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rural life: desirable?

Would you choose to live in a place like Reydon, Oklahoma?

As the plows of depopulation and decay slice through the Plains, these are the people who remain. Many would never think of moving. Some are too old or unskilled to have a choice. Many families like the Bartons, the Yowells, the Calverts and the Lippencotts in Reydon have members who do go away, for the Army, maybe, or college, and then come back to build new generations.

Some aspects of this kind of life appeal to me. I admit, though, that even if you could find productive and satisfying work, rural life might somehow stifle your cultural and intellectual life. You'd be reduced to eating baked beans at the diner and talking about. . .sports? Hunting?

What if you had access to broadband internet?

While the Internet is changing the world economy, technology experts say, "large parts of rural America are losing out on jobs, economic development and civic participation" because of inadequate access to the Internet. Traversing vast expanses of remote and often rugged topography presents unique financial and technological barriers.

Perhaps, if it's true that our economy is shifting to a greater reliance on "information" and away from activities that require people to concentrate in one location, the trend toward the depopulation of our rural areas might be reversed. It might be possible to live in Reydon, Oklahoma and still find a diverse array of economic opportunities.

Here's to hope.

Comments

I live in Morris, Minnesota, pop. 5000. It's a small town on the western edge of the state, roughly equidistant (2-3 hour drive) from Fargo, Sioux Falls, and Minneapolis. We're basically in the ass end of nowhere.

And it's not bad.

The internet helps, but it's no substitute for actually getting off your butt and experiencing something. An even greater help is that this is a college town -- we have a reasonably lively intellectual life here (although it could be better), and we get a regular dose of the arts. We also lack all the aggravations of urban life, which is another big boost. Baked beans and hunting don't really come up all that often in our conversations.

Actually, the biggest, most common gripe about living here that I hear is from single people. Small town living greatly limits the pool of prospective mates, especially if you are an academic. And if you are married, it's often very difficult for spouses to find appropriate work. With fewer potential relationships, it's harder to link up, especially when you are used to the greater wealth of possibilities back in the Big City.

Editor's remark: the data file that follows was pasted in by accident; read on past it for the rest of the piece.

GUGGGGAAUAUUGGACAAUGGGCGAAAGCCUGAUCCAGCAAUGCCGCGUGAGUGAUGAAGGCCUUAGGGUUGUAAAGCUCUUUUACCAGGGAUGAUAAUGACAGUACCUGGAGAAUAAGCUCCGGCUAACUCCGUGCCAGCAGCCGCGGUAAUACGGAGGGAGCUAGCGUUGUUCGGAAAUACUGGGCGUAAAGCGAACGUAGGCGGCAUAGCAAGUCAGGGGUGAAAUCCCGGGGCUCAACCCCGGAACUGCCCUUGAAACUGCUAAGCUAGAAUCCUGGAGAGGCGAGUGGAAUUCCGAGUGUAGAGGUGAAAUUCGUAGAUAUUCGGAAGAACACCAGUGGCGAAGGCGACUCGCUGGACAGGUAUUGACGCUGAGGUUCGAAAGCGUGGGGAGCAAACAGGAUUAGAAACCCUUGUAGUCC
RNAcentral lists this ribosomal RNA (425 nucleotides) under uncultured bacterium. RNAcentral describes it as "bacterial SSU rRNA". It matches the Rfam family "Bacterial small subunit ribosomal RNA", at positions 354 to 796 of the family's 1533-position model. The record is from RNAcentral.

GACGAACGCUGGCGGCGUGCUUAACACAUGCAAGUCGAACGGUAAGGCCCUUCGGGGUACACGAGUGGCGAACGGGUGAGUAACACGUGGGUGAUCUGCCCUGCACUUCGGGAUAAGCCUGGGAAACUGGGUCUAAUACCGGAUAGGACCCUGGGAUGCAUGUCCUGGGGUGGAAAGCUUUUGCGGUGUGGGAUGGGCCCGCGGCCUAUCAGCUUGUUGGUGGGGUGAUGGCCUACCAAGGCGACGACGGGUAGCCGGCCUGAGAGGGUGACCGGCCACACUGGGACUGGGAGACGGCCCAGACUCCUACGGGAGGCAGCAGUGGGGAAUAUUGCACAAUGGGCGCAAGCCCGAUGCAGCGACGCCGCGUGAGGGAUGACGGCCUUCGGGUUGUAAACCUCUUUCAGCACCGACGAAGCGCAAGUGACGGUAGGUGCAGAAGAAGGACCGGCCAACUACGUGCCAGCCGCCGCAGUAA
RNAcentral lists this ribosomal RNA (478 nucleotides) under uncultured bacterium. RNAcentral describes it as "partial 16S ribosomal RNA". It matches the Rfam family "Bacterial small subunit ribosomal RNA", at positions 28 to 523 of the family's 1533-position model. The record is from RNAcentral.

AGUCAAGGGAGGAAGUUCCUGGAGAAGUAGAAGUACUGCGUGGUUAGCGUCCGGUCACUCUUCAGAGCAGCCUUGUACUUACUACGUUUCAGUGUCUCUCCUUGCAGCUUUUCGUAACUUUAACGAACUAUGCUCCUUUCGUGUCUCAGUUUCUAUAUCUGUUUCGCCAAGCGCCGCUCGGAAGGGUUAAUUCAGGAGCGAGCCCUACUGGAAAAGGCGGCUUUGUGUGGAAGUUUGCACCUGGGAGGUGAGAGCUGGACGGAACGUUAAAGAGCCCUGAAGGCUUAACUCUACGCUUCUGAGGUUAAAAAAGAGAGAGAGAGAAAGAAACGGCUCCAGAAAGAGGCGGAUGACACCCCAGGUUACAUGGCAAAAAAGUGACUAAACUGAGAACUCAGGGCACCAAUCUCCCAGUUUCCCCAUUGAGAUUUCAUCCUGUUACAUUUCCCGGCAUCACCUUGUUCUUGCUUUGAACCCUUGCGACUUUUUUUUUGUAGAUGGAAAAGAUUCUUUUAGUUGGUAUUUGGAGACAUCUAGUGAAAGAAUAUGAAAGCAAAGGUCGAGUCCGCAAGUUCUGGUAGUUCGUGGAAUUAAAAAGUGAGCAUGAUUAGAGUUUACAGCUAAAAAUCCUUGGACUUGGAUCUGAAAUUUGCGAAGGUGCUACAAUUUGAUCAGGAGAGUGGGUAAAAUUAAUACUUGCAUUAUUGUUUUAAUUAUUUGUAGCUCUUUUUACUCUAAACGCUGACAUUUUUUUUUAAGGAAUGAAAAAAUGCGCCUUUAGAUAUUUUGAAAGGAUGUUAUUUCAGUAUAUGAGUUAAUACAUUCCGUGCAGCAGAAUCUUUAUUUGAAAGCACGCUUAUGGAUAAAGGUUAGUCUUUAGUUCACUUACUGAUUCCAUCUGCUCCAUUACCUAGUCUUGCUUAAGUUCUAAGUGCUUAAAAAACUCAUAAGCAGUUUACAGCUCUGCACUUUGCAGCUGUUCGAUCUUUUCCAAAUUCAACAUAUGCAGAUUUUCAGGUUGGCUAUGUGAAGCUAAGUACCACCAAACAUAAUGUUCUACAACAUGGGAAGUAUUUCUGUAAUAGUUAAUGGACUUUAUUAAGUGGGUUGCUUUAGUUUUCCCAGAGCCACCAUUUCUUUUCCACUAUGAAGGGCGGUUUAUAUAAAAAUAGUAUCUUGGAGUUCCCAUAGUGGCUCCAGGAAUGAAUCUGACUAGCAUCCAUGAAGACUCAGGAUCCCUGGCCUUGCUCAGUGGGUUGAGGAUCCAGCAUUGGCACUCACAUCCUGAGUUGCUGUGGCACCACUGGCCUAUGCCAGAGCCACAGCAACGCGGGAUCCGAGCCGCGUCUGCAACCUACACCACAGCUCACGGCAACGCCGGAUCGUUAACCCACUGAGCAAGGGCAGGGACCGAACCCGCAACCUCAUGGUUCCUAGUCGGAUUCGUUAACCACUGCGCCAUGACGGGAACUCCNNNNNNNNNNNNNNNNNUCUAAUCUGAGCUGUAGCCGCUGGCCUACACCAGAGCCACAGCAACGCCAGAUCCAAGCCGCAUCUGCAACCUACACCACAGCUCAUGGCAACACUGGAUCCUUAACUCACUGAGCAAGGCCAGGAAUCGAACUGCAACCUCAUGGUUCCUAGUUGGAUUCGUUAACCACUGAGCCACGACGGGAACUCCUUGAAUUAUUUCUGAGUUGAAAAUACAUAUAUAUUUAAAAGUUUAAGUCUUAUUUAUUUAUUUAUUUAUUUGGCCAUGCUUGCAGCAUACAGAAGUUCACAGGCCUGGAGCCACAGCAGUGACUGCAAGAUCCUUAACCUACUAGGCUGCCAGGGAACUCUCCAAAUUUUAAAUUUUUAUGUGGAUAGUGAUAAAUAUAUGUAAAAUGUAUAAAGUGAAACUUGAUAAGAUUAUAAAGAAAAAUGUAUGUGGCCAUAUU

I chose to move here from Philadelphia. It may be a bit of a surprise, but I actually haven't encountered any intellectual impoverishment. The choices were much richer in Philly, of course, but the hassle was also significantly greater if you wanted to experience them. We're finding that without the barrier of urban expenses and travel, we're talking advantage of the smaller number of options here more often.

Case in point: the Koresh Dance Company just put on a show here. They're from Philly. We never saw them while we lived there because it was just too much trouble to pack up the kids and travel from the suburbs to center city for something like that. Here, we walked across the street, joined a few friends, and had a great time.

I have a real interest in seeing decent Internet access come to rural communities. I'd much rather live on a mountain somewhere than where I live now, but I can't really move out there because I'm an IT professional and most of the jobs are near urban centers.

Maybe what we need is a Rural Electrification-type program with fiber optics.

To each his/her own.... Until September of this year I lived in Marion, Arkansas, a "semi-rural" (i.e., mixture of suburban bedroom community and small farming town) town 15-20 minutes from downtown Memphis, TN. Prior to that I lived in St. Charles County, MO (in St. Charles, MO and in St. Peters, MO), a northern suburb of St. Louis. After spending the last 10 years in suburban exile I decided I had to get urban again and moved to midtown Memphis. Even as close to Memphis as Marion was (and at least we got cable broadband 'net access there) it was still too rural for me.

A propos PZ's point, though, at least in a small college town you are assured some intellectual stimulation (and access to the 'net through the college 'network). I could handle that, though I'd wish for a larger dating pool of women my own age (I'm old enough to be the father of most of the undergrad women, I fear...).

I've always wanted to live in a commune in the middle of nature. As long as there was a T1 line going in, and I could go to Peru every once in a while.

In a heartbeat.